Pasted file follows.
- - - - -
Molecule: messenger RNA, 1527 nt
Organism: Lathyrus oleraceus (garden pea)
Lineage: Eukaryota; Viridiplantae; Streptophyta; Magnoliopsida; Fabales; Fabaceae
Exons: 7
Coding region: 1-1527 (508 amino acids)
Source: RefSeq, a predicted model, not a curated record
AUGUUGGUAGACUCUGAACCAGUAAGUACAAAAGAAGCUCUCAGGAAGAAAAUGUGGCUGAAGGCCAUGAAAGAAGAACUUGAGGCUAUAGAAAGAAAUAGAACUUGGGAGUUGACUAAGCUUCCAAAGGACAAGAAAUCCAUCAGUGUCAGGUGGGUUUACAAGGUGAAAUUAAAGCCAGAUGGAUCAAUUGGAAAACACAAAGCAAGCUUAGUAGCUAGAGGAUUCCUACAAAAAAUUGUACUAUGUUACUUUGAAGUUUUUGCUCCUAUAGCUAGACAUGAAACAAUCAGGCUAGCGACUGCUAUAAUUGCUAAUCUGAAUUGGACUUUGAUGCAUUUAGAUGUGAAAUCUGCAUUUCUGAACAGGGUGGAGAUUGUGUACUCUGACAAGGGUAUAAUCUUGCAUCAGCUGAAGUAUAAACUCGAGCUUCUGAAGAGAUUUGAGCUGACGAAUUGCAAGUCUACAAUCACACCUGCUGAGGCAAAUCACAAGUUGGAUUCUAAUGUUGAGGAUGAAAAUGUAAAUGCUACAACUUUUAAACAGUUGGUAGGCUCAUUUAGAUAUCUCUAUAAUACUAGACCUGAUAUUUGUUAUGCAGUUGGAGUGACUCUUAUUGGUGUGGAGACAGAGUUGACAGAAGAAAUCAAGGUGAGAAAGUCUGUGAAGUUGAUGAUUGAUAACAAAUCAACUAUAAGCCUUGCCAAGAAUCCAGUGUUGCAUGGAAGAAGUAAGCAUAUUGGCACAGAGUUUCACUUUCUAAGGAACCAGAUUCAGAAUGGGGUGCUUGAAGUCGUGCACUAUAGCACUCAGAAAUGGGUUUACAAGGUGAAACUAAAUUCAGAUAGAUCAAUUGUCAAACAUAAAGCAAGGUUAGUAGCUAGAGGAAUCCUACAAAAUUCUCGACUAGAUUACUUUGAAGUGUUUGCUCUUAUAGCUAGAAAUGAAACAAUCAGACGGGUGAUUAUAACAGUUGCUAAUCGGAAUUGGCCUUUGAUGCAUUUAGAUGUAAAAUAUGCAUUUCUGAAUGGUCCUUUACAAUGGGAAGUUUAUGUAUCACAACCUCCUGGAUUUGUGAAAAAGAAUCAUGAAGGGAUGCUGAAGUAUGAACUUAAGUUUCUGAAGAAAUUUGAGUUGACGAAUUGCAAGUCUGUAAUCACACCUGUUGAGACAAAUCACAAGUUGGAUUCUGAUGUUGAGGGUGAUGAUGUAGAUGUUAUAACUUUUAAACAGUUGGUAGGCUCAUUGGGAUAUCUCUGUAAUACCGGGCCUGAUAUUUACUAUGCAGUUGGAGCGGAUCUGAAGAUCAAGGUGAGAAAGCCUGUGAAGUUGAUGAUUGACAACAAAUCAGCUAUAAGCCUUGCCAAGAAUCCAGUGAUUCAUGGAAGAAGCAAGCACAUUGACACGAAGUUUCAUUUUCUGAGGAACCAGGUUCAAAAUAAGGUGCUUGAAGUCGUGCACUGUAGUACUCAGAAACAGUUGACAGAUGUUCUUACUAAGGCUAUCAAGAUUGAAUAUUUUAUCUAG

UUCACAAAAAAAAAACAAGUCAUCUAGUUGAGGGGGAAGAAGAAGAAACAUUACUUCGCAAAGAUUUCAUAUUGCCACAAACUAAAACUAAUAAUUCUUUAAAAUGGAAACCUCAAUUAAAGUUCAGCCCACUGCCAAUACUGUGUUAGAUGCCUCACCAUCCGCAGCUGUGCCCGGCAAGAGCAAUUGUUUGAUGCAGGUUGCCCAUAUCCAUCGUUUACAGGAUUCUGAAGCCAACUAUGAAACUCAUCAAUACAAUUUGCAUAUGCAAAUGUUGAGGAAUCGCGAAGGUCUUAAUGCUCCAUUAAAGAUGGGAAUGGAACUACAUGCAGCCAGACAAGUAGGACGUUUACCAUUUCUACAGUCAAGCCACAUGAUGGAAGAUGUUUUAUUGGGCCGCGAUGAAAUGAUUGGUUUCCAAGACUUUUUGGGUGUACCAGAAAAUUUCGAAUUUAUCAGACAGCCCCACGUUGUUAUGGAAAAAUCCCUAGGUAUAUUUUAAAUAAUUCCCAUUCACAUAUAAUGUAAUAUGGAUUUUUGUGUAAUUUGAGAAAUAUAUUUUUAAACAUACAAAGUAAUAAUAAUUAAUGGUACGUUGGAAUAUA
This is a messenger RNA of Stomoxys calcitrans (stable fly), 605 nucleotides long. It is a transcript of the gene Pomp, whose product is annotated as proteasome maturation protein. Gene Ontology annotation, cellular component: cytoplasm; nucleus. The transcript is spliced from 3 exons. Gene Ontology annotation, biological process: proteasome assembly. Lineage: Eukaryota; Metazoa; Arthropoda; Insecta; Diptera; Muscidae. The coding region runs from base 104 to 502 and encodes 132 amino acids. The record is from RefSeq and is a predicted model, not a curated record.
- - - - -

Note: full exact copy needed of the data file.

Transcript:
Molecule: messenger RNA, 1527 nt
Organism: Lathyrus oleraceus (garden pea)
Lineage: Eukaryota; Viridiplantae; Streptophyta; Magnoliopsida; Fabales; Fabaceae
Exons: 7
Coding region: 1-1527 (508 amino acids)
Source: RefSeq, a predicted model, not a curated record
AUGUUGGUAGACUCUGAACCAGUAAGUACAAAAGAAGCUCUCAGGAAGAAAAUGUGGCUGAAGGCCAUGAAAGAAGAACUUGAGGCUAUAGAAAGAAAUAGAACUUGGGAGUUGACUAAGCUUCCAAAGGACAAGAAAUCCAUCAGUGUCAGGUGGGUUUACAAGGUGAAAUUAAAGCCAGAUGGAUCAAUUGGAAAACACAAAGCAAGCUUAGUAGCUAGAGGAUUCCUACAAAAAAUUGUACUAUGUUACUUUGAAGUUUUUGCUCCUAUAGCUAGACAUGAAACAAUCAGGCUAGCGACUGCUAUAAUUGCUAAUCUGAAUUGGACUUUGAUGCAUUUAGAUGUGAAAUCUGCAUUUCUGAACAGGGUGGAGAUUGUGUACUCUGACAAGGGUAUAAUCUUGCAUCAGCUGAAGUAUAAACUCGAGCUUCUGAAGAGAUUUGAGCUGACGAAUUGCAAGUCUACAAUCACACCUGCUGAGGCAAAUCACAAGUUGGAUUCUAAUGUUGAGGAUGAAAAUGUAAAUGCUACAACUUUUAAACAGUUGGUAGGCUCAUUUAGAUAUCUCUAUAAUACUAGACCUGAUAUUUGUUAUGCAGUUGGAGUGACUCUUAUUGGUGUGGAGACAGAGUUGACAGAAGAAAUCAAGGUGAGAAAGUCUGUGAAGUUGAUGAUUGAUAACAAAUCAACUAUAAGCCUUGCCAAGAAUCCAGUGUUGCAUGGAAGAAGUAAGCAUAUUGGCACAGAGUUUCACUUUCUAAGGAACCAGAUUCAGAAUGGGGUGCUUGAAGUCGUGCACUAUAGCACUCAGAAAUGGGUUUACAAGGUGAAACUAAAUUCAGAUAGAUCAAUUGUCAAACAUAAAGCAAGGUUAGUAGCUAGAGGAAUCCUACAAAAUUCUCGACUAGAUUACUUUGAAGUGUUUGCUCUUAUAGCUAGAAAUGAAACAAUCAGACGGGUGAUUAUAACAGUUGCUAAUCGGAAUUGGCCUUUGAUGCAUUUAGAUGUAAAAUAUGCAUUUCUGAAUGGUCCUUUACAAUGGGAAGUUUAUGUAUCACAACCUCCUGGAUUUGUGAAAAAGAAUCAUGAAGGGAUGCUGAAGUAUGAACUUAAGUUUCUGAAGAAAUUUGAGUUGACGAAUUGCAAGUCUGUAAUCACACCUGUUGAGACAAAUCACAAGUUGGAUUCUGAUGUUGAGGGUGAUGAUGUAGAUGUUAUAACUUUUAAACAGUUGGUAGGCUCAUUGGGAUAUCUCUGUAAUACCGGGCCUGAUAUUUACUAUGCAGUUGGAGCGGAUCUGAAGAUCAAGGUGAGAAAGCCUGUGAAGUUGAUGAUUGACAACAAAUCAGCUAUAAGCCUUGCCAAGAAUCCAGUGAUUCAUGGAAGAAGCAAGCACAUUGACACGAAGUUUCAUUUUCUGAGGAACCAGGUUCAAAAUAAGGUGCUUGAAGUCGUGCACUGUAGUACUCAGAAACAGUUGACAGAUGUUCUUACUAAGGCUAUCAAGAUUGAAUAUUUUAUCUAG

UUCACAAAAAAAAAACAAGUCAUCUAGUUGAGGGGGAAGAAGAAGAAACAUUACUUCGCAAAGAUUUCAUAUUGCCACAAACUAAAACUAAUAAUUCUUUAAAAUGGAAACCUCAAUUAAAGUUCAGCCCACUGCCAAUACUGUGUUAGAUGCCUCACCAUCCGCAGCUGUGCCCGGCAAGAGCAAUUGUUUGAUGCAGGUUGCCCAUAUCCAUCGUUUACAGGAUUCUGAAGCCAACUAUGAAACUCAUCAAUACAAUUUGCAUAUGCAAAUGUUGAGGAAUCGCGAAGGUCUUAAUGCUCCAUUAAAGAUGGGAAUGGAACUACAUGCAGCCAGACAAGUAGGACGUUUACCAUUUCUACAGUCAAGCCACAUGAUGGAAGAUGUUUUAUUGGGCCGCGAUGAAAUGAUUGGUUUCCAAGACUUUUUGGGUGUACCAGAAAAUUUCGAAUUUAUCAGACAGCCCCACGUUGUUAUGGAAAAAUCCCUAGGUAUAUUUUAAAUAAUUCCCAUUCACAUAUAAUGUAAUAUGGAUUUUUGUGUAAUUUGAGAAAUAUAUUUUUAAACAUACAAAGUAAUAAUAAUUAAUGGUACGUUGGAAUAUA
This is a messenger RNA of Stomoxys calcitrans (stable fly), 605 nucleotides long. It is a transcript of the gene Pomp, whose product is annotated as proteasome maturation protein. Gene Ontology annotation, cellular component: cytoplasm; nucleus. The transcript is spliced from 3 exons. Gene Ontology annotation, biological process: proteasome assembly. Lineage: Eukaryota; Metazoa; Arthropoda; Insecta; Diptera; Muscidae. The coding region runs from base 104 to 502 and encodes 132 amino acids. The record is from RefSeq and is a predicted model, not a curated record.